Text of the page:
As much as it is about exploring dungeons, Majora’s Mask is about helping people. You spend a lot of time changing the courses of many lives, like a man who was wronged by a thief, a ranch girl whose cows are terrorized by aliens, and a Goron baby who won’t stop crying.
To make sure none of my text veers too far from the original, Mr. Goto is translating my script line by line to Mr. Takano. After Mr. Takano tells him what he thinks, Mr. Goto then translates the feedback to me and I make the necessary changes. Usually, it’s just a matter of semantics. The Japanese word “aunt” is a synonym for “middle-aged woman”. Luckily, we caught the mistake, so now the mayor’s wife isn’t already related to her future daughter-in-law.
Normally, we wrap things up around 10 pm, but tonight we finished up early since Mr. Miyamoto was taking the Zelda team out to dinner. There, game system director Eiji Aonuma and supervisor Takashi Tezuka told me how they’ve incorporated things from their everyday lives into the game. Development began in August, 1999 (though ideas for a sequel began right after Ocarina was finished), and the team rarely got to go home. As a result, many of the characters—like the Deku Scrubs, who are involved in a cross-country trading sequence—talk about not being able to spend time with their wives.
Mr. Goto is actually in the process of doing the localization of Perfect Dark for Japan, so he’s doing scripting work similar to what I finished last month. Today he showed me the “new” Joanna Dark. At NCL’s request, Rare has slimmed down Jo and made her look more like the model in the ads. The game’s also been renamed Red & Black, since Perfect Dark sounds trite and dull as far as Japanese titles go. Red & Black has a certain trite, dull ring to American ears, but it’s catchy in Japanese. What works in one culture may not work in another. That’s what localization is all about.
Every morning NOA e-mails us the bug log, a list of errors that the American testers have found in the game updates we’ve been sending them. The US game benefits from Japanese gamers’ feedback, so our version will boast new perks like a mid-quest save feature (instead of having to save every three days) and a cinema scene when you’re reunited with your stolen horse, Epona. Of course, new things (not to mention my typos) give the testers oodles of new glitches to report, and it’s our job at NCL to remedy the problems in the daily log.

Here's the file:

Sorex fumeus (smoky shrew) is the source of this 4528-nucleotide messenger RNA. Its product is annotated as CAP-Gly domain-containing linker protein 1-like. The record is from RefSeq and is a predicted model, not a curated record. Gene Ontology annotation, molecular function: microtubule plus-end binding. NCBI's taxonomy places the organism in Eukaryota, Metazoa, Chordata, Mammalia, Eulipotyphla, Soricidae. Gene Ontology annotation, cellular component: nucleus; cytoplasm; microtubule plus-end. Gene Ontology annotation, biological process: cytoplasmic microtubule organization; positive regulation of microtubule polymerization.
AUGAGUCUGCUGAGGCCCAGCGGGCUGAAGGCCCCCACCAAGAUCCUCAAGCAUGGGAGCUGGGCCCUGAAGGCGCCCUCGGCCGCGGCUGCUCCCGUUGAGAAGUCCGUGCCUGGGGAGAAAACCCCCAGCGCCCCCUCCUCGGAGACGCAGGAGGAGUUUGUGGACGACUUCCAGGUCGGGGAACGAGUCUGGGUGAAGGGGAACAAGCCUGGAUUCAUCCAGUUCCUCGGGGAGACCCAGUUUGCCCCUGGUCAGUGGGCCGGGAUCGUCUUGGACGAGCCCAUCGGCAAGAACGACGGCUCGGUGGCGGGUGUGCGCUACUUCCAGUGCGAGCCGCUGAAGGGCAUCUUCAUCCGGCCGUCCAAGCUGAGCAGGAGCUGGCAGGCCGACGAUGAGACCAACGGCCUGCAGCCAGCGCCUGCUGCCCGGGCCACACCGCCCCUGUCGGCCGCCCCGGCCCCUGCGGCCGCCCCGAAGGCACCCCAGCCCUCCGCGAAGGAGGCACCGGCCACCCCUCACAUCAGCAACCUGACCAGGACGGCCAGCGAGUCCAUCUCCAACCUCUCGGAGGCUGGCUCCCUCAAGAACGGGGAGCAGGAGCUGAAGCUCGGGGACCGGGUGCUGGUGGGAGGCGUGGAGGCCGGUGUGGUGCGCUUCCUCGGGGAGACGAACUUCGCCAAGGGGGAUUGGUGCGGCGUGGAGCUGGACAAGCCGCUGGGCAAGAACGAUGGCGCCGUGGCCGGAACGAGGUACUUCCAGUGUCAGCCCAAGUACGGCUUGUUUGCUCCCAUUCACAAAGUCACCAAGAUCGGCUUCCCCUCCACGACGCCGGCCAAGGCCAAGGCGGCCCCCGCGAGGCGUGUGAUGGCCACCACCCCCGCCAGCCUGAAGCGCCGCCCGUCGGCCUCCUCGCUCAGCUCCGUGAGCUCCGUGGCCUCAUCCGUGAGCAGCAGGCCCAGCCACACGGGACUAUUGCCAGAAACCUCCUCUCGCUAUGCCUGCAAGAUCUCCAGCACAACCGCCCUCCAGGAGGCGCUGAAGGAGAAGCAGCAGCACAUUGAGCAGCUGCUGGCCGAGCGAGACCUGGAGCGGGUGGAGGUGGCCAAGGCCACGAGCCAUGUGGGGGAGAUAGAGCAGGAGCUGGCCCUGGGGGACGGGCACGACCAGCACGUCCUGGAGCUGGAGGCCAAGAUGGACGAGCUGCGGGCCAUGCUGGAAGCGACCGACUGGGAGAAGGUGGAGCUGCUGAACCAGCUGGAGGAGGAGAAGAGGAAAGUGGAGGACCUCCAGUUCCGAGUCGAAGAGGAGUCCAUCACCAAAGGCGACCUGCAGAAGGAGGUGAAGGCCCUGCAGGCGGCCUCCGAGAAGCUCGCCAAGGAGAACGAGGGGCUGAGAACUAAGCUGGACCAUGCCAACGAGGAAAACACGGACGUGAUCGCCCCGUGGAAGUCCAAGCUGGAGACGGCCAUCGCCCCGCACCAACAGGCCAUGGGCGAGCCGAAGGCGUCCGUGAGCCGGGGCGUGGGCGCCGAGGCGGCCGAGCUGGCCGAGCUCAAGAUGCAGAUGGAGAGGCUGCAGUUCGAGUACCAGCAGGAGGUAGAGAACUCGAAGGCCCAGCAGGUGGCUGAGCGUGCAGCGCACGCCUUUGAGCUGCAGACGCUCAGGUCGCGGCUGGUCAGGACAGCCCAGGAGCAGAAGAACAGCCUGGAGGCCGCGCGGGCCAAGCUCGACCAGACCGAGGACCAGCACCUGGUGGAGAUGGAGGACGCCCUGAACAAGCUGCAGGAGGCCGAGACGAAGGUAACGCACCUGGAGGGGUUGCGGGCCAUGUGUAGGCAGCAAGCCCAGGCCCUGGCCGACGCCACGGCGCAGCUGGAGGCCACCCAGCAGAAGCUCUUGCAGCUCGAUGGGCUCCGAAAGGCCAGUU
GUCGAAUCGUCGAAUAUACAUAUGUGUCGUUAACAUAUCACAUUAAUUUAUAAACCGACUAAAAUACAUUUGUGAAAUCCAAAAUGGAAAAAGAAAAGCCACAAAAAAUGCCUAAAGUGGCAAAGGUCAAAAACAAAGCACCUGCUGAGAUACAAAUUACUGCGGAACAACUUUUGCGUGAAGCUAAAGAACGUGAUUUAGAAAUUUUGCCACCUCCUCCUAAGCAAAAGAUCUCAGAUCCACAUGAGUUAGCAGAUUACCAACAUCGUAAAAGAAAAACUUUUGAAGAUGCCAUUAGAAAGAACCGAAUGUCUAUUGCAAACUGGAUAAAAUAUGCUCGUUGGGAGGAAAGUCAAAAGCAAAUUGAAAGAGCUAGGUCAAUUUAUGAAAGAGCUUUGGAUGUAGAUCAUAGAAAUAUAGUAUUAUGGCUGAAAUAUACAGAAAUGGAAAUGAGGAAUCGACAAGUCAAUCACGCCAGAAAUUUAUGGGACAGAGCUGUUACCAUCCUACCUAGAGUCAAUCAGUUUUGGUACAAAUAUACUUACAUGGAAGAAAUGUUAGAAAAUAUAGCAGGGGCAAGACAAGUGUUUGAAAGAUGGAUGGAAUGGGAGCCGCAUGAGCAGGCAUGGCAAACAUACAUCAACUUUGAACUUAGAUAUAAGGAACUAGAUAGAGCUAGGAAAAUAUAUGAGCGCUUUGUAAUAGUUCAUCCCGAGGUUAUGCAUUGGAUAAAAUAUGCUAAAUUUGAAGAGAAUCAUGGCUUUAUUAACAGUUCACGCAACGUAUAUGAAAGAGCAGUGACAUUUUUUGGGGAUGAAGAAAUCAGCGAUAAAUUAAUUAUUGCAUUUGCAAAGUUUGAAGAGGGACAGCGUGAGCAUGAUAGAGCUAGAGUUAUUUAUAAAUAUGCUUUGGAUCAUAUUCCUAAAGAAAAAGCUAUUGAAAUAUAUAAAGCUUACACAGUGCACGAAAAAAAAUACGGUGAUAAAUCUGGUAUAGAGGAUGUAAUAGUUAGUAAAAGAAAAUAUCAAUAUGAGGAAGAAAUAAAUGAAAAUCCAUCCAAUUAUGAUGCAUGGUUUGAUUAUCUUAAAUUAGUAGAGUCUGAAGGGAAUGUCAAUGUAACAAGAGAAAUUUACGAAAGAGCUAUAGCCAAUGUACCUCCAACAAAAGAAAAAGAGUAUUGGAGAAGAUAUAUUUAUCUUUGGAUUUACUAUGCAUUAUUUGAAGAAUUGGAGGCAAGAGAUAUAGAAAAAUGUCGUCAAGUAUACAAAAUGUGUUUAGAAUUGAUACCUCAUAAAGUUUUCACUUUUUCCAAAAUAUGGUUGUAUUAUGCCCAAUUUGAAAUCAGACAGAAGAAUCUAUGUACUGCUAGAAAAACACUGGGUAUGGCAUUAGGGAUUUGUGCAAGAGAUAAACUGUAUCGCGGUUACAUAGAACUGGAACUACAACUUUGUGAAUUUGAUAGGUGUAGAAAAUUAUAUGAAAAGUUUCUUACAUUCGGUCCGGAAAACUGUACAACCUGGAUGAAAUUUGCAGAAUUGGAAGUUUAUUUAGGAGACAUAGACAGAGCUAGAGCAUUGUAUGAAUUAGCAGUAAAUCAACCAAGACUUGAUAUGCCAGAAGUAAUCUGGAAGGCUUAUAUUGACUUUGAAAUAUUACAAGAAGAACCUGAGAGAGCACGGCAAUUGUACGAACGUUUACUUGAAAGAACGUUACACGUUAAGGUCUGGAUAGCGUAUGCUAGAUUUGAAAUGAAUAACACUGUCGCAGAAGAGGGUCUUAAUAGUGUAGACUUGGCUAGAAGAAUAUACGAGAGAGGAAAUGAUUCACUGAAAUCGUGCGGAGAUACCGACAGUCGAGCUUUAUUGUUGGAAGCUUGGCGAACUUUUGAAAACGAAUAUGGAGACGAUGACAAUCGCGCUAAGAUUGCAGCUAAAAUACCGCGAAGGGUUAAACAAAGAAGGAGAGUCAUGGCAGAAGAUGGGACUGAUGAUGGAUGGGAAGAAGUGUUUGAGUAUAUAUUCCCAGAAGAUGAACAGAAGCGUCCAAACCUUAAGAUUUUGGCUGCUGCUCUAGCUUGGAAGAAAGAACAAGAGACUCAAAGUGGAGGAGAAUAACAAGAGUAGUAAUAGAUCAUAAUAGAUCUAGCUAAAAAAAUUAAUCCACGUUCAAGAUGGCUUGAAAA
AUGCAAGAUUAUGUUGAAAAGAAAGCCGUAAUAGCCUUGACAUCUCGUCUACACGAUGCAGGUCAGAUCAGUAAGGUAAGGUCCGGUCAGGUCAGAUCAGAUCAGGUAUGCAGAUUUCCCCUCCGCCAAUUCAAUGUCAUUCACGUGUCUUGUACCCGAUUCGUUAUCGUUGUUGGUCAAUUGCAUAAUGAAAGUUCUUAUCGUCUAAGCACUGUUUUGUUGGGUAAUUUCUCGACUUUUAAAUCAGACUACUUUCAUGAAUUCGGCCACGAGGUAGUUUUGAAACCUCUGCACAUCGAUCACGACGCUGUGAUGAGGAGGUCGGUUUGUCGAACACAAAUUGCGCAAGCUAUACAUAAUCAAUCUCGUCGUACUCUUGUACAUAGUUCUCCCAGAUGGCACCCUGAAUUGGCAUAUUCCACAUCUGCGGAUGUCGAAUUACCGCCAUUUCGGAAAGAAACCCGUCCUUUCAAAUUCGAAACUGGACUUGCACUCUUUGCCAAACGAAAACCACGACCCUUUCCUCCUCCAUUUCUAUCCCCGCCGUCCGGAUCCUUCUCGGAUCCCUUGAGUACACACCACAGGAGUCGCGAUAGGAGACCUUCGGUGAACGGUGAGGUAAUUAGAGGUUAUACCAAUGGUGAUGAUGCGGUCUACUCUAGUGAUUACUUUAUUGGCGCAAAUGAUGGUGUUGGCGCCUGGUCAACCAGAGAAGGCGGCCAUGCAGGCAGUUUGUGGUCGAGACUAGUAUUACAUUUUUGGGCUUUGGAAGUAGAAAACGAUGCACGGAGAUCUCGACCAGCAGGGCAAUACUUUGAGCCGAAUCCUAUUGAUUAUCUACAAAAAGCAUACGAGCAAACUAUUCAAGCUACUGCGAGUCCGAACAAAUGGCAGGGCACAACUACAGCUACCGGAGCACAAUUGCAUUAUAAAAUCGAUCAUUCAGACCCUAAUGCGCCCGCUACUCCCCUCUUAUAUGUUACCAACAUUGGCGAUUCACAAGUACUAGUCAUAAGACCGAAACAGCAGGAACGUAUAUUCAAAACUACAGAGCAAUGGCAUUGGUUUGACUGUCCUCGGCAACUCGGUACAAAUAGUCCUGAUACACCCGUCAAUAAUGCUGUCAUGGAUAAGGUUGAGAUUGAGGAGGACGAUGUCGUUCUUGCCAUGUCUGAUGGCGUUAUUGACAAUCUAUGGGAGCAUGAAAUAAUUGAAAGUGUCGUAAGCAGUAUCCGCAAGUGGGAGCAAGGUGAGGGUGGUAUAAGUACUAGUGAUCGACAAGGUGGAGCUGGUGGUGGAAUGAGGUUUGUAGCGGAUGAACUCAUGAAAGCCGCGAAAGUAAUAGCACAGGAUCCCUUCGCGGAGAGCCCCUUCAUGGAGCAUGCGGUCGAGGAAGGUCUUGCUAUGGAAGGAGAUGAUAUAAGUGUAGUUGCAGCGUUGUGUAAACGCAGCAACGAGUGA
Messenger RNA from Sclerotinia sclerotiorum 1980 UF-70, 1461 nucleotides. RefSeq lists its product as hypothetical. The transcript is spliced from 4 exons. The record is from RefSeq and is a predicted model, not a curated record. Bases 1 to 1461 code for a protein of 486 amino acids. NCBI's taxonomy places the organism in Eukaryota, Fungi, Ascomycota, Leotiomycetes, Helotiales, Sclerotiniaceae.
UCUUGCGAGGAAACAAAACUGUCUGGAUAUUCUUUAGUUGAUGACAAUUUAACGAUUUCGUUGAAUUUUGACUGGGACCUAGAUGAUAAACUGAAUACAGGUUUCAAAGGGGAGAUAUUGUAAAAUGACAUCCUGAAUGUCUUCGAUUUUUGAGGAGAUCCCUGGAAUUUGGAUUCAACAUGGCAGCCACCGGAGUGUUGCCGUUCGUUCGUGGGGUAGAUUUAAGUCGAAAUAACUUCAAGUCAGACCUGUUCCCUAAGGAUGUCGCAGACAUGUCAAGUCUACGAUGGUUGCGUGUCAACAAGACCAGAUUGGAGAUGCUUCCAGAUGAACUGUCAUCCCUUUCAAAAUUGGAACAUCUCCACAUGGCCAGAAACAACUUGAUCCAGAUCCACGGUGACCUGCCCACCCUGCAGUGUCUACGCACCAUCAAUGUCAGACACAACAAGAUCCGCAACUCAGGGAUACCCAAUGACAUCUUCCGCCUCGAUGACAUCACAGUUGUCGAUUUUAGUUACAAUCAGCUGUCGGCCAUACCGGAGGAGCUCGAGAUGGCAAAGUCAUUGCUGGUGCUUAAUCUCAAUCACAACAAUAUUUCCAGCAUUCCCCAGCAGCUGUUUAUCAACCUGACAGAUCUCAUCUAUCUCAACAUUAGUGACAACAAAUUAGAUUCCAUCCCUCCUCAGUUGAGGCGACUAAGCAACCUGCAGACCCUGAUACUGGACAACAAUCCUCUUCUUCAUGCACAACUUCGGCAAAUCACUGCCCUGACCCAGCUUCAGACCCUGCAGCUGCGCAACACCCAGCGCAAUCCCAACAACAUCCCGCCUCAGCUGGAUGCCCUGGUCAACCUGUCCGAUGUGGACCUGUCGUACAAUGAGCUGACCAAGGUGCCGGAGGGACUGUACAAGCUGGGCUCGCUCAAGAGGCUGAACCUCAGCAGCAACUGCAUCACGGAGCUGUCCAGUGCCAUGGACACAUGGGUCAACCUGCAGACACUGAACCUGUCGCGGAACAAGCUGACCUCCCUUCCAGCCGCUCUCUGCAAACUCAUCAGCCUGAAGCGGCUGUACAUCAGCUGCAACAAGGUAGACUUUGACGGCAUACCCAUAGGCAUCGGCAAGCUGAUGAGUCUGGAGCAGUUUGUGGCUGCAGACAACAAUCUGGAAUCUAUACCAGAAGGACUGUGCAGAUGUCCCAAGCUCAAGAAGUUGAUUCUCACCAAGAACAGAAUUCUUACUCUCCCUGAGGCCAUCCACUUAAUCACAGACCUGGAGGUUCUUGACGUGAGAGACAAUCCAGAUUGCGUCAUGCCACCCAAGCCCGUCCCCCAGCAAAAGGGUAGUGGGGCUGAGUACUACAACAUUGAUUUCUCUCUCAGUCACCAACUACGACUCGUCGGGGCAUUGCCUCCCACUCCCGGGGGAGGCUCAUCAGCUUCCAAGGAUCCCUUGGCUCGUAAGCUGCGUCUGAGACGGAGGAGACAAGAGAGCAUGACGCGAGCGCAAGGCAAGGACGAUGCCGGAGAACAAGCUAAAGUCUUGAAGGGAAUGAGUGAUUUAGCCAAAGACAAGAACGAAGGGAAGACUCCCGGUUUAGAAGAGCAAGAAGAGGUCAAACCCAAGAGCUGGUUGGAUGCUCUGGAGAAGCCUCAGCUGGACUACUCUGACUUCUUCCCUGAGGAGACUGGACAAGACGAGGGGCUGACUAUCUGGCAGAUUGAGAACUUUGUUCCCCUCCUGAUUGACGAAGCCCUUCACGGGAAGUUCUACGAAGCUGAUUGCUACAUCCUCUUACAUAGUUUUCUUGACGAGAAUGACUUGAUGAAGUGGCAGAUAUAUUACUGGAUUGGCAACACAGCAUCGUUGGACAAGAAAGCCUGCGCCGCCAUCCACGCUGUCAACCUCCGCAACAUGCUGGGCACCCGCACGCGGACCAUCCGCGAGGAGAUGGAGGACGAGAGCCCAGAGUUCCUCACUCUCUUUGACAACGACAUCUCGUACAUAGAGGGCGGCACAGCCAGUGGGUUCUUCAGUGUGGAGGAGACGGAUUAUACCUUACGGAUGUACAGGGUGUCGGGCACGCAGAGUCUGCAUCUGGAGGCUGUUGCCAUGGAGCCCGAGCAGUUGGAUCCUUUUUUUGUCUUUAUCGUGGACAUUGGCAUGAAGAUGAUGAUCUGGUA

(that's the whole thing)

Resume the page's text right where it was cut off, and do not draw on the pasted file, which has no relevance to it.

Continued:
Script localizers from Nintendo of Europe (NOE) arrived today to see my final draft. A French, German, and Spanish writer, each with his own Japanese interpreter, will begin learning about Majora’s story so they can rewrite my script in their native tongue.
Today, Mr. Aonuma and Mr. Takano mapped out the complex story for NOE (the general consensus is that this is the best and most compelling story in the entire Zelda series) and diagrammed the intertwining relationships of the townspeople whose lives Link will affect.
For every language the game is published in, the need for adjustments will arise. Jokes and customs are regional, so changes I tailored to English-speaking audiences may need to be revamped for gamers in France, Spain, or Germany. Some names will have to change, too. Micky Auer from NOE Germany mentioned that the giant mechanical bull, Goht, had a name that seemed synonymous with the sound a tree makes when it falls. At NOA, we usually try to use the same names that are used in Japan, but I guess if Goht was named something like “Timber!” or “plop”, I’d change that name, too.
Majora’s Mask is stuffed with dungeon adventuring, minigames, and plenty of character interaction. The characters actually develop and change over the three-day period, so it’s no wonder that the game has so much dialogue and screen text.
After two weeks of reviewing 8,000 blocks of copy with Mr. Takano and Mr. Goto to make sure my version preserves the original’s intention (while having enough American flair to make it appealing to Western audiences), I’ve finally finished my work in Japan.
Before my flight home, I decided to make a trip to the temple that’s a few blocks away from NCL. Mr. Miyamoto told me that the site gave him ideas for Star Fox 64 (fox statues adorn the temple, and the archways are reminiscent of the arcades that Fox would fly through). As I walked through the temple, I noticed Keaton-like fox toys and masks were being sold at the nearby stands and symbols that looked like Triforces were painted on cups and tapestries.
“Even everyday activities, like visiting a temple,” I remembered Mr. Miyamoto telling me, “can be exciting if you use your imagination.” And then it became as clear to me as if I was gazing through Link’s Lens of Truth—don’t take anything around you for granted.
Day-to-day items and situations pop up in Majora’s Mask. Working with strangers and missing loved ones can be the basis for an adventure. It really doesn’t matter how bleak or drab NCL looks on the outside—Mr. Miyamoto and his team know that inspiration is everywhere. You just have to know how to see it.